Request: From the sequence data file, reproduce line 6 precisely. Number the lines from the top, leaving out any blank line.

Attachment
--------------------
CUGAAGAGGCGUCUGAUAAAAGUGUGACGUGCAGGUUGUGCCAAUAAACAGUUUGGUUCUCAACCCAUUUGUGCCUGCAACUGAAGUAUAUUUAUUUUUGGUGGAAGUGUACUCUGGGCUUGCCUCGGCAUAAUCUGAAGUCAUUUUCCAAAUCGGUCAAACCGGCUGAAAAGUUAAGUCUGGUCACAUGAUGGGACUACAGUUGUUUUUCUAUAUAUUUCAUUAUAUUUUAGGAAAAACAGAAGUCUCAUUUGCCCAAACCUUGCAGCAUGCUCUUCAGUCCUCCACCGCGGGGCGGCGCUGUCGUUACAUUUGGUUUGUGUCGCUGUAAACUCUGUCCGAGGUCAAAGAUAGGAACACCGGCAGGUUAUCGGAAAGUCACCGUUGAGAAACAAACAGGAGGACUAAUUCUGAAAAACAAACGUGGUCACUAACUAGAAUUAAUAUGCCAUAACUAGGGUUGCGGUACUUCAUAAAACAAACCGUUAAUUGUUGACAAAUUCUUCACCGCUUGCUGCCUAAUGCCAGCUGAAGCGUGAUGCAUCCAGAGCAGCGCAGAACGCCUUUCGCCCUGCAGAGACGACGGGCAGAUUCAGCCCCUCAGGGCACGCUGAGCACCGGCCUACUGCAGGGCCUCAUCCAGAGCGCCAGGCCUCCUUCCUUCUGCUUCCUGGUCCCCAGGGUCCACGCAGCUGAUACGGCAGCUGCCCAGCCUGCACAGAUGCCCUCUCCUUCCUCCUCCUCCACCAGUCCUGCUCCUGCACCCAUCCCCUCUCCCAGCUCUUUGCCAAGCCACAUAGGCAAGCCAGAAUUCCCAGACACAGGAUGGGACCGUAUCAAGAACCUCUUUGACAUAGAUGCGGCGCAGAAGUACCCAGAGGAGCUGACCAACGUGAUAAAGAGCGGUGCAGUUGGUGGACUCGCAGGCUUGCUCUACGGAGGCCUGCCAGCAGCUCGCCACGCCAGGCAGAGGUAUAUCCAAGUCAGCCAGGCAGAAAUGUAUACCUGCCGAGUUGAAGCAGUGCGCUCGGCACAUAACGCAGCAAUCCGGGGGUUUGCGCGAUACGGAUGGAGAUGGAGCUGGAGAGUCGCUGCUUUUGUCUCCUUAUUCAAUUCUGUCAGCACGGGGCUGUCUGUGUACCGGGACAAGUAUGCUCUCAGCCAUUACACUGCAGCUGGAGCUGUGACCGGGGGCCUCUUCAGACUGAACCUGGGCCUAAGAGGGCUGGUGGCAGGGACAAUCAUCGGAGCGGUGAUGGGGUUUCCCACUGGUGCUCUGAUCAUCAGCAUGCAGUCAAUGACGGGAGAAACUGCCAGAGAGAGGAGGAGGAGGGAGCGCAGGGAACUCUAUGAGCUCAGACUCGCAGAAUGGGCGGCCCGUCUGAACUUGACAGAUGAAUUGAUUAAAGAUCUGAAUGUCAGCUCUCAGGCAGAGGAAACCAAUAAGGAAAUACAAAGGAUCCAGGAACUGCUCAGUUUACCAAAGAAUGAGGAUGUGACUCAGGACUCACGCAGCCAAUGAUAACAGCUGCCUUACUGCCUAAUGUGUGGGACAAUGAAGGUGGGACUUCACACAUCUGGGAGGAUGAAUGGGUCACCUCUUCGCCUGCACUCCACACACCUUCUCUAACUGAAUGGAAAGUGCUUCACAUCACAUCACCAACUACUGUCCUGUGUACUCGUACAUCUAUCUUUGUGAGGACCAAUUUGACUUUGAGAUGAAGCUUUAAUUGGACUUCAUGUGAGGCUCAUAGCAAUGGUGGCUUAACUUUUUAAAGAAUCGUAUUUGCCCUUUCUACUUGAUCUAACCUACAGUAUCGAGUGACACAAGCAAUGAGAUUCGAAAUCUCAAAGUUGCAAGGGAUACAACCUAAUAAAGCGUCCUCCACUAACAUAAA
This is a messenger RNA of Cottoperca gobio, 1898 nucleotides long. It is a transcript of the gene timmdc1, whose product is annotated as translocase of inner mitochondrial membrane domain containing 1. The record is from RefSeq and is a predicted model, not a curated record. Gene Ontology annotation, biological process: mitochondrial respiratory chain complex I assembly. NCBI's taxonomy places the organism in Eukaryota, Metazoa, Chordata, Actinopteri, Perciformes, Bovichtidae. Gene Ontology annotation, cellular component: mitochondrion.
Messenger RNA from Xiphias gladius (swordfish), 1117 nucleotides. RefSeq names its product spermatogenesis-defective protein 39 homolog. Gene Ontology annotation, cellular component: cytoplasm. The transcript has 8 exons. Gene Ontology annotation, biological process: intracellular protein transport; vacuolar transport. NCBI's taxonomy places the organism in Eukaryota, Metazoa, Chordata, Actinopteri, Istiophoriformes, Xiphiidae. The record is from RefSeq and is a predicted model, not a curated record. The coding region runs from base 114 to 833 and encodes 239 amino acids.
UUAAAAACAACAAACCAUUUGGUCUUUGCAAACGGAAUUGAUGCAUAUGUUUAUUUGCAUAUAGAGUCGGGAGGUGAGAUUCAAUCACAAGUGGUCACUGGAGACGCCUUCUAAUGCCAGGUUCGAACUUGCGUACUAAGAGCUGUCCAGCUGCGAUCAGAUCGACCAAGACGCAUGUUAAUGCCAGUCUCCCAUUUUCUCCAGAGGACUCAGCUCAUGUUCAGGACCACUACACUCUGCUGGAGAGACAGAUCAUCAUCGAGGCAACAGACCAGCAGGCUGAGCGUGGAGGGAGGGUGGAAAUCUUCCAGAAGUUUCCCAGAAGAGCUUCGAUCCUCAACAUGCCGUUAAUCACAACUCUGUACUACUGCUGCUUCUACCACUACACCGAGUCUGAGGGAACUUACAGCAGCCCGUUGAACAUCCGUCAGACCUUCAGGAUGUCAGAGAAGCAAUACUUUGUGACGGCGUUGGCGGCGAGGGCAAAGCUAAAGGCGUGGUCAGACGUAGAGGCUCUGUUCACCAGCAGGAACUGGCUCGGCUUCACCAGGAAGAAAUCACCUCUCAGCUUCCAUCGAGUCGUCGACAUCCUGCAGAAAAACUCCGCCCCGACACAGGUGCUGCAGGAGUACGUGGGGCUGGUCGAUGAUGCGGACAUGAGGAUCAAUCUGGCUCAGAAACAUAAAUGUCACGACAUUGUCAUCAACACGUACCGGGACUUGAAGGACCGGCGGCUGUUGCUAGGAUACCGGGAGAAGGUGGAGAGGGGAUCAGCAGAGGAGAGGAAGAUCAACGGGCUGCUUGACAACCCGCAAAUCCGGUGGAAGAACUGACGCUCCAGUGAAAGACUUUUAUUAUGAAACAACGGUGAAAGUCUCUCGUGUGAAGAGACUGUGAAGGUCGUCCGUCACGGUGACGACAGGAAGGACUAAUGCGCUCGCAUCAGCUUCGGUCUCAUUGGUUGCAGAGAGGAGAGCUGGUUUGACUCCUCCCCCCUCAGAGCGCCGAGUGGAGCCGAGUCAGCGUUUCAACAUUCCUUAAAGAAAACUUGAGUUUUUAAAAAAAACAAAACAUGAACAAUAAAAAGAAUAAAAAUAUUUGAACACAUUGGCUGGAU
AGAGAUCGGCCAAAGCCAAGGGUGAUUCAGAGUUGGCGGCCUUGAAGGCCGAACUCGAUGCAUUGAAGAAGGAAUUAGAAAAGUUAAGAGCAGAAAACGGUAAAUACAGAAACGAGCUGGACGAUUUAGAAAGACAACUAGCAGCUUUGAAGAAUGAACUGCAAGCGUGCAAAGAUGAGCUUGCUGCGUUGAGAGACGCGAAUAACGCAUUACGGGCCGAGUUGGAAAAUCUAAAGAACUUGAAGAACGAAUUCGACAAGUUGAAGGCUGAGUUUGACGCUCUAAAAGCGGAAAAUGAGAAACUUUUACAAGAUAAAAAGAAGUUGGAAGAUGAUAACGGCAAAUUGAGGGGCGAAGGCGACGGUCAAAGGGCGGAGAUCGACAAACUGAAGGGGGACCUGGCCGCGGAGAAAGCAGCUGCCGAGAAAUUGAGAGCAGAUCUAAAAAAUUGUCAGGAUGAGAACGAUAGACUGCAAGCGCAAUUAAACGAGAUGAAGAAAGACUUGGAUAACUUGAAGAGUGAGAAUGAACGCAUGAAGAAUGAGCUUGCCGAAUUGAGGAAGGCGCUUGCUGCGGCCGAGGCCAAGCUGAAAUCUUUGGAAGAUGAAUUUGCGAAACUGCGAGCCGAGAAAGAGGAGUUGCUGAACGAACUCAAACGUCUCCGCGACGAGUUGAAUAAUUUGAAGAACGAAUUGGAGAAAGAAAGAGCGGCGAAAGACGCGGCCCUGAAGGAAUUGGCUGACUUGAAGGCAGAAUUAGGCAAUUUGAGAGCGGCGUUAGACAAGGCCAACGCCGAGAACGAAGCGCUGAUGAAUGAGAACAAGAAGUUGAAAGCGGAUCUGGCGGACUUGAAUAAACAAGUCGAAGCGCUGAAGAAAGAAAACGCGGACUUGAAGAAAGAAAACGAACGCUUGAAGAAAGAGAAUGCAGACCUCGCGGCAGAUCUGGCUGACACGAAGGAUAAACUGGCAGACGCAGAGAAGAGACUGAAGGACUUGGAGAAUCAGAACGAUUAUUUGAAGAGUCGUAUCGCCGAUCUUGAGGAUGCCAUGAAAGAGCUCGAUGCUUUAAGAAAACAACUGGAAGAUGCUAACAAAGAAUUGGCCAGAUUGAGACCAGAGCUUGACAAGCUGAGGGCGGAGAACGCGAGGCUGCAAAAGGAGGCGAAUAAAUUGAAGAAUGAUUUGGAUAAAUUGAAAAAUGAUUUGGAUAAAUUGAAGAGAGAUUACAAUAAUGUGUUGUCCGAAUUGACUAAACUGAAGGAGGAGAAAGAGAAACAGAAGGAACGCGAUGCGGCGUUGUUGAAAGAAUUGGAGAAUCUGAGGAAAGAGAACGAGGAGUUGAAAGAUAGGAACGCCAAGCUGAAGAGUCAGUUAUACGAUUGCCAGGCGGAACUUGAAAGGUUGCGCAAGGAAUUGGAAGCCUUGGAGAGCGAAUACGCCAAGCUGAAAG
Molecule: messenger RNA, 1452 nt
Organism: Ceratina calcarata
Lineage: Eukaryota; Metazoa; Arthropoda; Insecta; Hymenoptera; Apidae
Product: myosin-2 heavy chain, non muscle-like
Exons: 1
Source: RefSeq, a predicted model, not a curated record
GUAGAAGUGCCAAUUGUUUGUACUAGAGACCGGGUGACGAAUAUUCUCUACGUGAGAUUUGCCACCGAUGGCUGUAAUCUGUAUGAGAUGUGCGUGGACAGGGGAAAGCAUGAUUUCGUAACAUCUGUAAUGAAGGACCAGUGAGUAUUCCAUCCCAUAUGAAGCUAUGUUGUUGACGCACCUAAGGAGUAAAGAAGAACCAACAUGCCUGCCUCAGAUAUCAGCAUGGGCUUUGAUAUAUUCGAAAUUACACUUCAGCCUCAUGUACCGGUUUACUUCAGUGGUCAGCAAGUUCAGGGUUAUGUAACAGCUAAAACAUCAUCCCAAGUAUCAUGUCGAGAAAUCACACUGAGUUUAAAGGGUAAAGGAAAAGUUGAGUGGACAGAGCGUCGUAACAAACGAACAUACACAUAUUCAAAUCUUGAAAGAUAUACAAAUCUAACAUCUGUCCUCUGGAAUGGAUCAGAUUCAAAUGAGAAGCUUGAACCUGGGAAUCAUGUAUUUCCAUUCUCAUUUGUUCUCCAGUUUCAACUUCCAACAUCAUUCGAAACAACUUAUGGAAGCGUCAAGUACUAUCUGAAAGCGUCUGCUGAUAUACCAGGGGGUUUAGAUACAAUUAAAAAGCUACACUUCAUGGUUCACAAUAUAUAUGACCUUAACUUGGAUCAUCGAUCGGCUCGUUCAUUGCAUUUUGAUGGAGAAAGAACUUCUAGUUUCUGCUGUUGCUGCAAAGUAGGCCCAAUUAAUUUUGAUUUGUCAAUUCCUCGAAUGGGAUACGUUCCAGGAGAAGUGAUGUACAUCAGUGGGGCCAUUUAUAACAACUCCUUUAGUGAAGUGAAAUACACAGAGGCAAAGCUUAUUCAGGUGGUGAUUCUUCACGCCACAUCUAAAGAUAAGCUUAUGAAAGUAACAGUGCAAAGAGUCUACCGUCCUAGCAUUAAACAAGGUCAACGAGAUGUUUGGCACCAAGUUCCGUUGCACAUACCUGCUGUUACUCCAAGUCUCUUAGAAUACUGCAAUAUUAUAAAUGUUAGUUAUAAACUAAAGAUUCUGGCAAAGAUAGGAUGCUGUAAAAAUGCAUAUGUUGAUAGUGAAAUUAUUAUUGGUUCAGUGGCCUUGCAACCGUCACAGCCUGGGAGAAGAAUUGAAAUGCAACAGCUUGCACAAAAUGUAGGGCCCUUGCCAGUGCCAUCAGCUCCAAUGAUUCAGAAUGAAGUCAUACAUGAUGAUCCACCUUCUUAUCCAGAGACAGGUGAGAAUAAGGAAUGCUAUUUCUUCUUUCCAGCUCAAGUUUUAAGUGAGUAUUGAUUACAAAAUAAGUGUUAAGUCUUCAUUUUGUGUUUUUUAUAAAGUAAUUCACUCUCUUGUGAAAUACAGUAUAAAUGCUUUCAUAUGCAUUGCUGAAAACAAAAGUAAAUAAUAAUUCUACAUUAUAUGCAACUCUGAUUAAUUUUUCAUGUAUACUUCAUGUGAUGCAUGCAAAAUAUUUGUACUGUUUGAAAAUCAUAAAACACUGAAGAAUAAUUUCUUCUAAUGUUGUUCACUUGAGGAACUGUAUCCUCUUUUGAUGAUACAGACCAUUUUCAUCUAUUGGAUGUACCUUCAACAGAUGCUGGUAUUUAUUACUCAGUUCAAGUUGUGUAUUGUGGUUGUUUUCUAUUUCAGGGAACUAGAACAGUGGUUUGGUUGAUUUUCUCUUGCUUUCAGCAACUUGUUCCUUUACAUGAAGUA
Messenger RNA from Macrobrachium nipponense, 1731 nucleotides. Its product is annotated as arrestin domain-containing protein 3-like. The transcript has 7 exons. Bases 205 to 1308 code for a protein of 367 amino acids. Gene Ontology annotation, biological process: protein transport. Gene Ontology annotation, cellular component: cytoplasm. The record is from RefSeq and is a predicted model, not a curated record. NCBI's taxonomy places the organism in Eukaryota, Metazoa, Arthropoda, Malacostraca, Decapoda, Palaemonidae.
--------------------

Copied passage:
Molecule: messenger RNA, 1452 nt